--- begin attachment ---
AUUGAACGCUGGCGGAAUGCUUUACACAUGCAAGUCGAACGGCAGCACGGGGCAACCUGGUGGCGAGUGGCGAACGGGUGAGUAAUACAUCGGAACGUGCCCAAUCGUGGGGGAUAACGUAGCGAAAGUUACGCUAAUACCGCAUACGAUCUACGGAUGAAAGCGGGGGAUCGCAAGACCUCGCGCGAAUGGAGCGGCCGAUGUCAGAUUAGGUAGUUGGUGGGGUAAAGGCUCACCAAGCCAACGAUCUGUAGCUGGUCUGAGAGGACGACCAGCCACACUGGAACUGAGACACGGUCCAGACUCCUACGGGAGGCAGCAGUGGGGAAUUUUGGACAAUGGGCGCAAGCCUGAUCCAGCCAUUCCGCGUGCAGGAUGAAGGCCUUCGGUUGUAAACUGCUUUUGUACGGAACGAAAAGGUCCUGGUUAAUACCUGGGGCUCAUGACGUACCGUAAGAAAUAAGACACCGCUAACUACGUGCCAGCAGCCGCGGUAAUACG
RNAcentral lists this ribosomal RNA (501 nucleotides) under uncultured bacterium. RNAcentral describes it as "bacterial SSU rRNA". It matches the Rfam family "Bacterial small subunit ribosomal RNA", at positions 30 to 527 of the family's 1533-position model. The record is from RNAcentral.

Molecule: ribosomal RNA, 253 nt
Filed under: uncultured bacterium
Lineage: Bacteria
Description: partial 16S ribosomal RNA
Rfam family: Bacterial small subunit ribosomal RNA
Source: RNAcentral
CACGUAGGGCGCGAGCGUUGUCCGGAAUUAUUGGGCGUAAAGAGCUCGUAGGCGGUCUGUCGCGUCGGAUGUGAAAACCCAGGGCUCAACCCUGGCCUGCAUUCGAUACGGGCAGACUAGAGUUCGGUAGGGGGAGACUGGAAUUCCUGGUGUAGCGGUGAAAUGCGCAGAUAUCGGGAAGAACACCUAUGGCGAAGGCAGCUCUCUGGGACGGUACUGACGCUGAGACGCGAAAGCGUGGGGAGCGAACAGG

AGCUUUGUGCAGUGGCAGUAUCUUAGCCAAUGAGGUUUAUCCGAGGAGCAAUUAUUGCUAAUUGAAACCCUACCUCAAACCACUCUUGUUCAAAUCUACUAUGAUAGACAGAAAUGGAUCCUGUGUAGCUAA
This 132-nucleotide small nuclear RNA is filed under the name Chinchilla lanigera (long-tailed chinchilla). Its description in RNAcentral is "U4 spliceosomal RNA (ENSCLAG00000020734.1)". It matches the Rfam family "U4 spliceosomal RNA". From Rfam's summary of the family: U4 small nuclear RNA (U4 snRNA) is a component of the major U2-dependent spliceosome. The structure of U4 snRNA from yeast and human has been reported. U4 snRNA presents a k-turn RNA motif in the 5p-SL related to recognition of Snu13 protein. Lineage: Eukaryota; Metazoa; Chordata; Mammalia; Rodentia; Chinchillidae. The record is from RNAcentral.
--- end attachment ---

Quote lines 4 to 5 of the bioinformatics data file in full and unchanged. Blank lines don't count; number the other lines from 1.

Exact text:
Filed under: uncultured bacterium
Lineage: Bacteria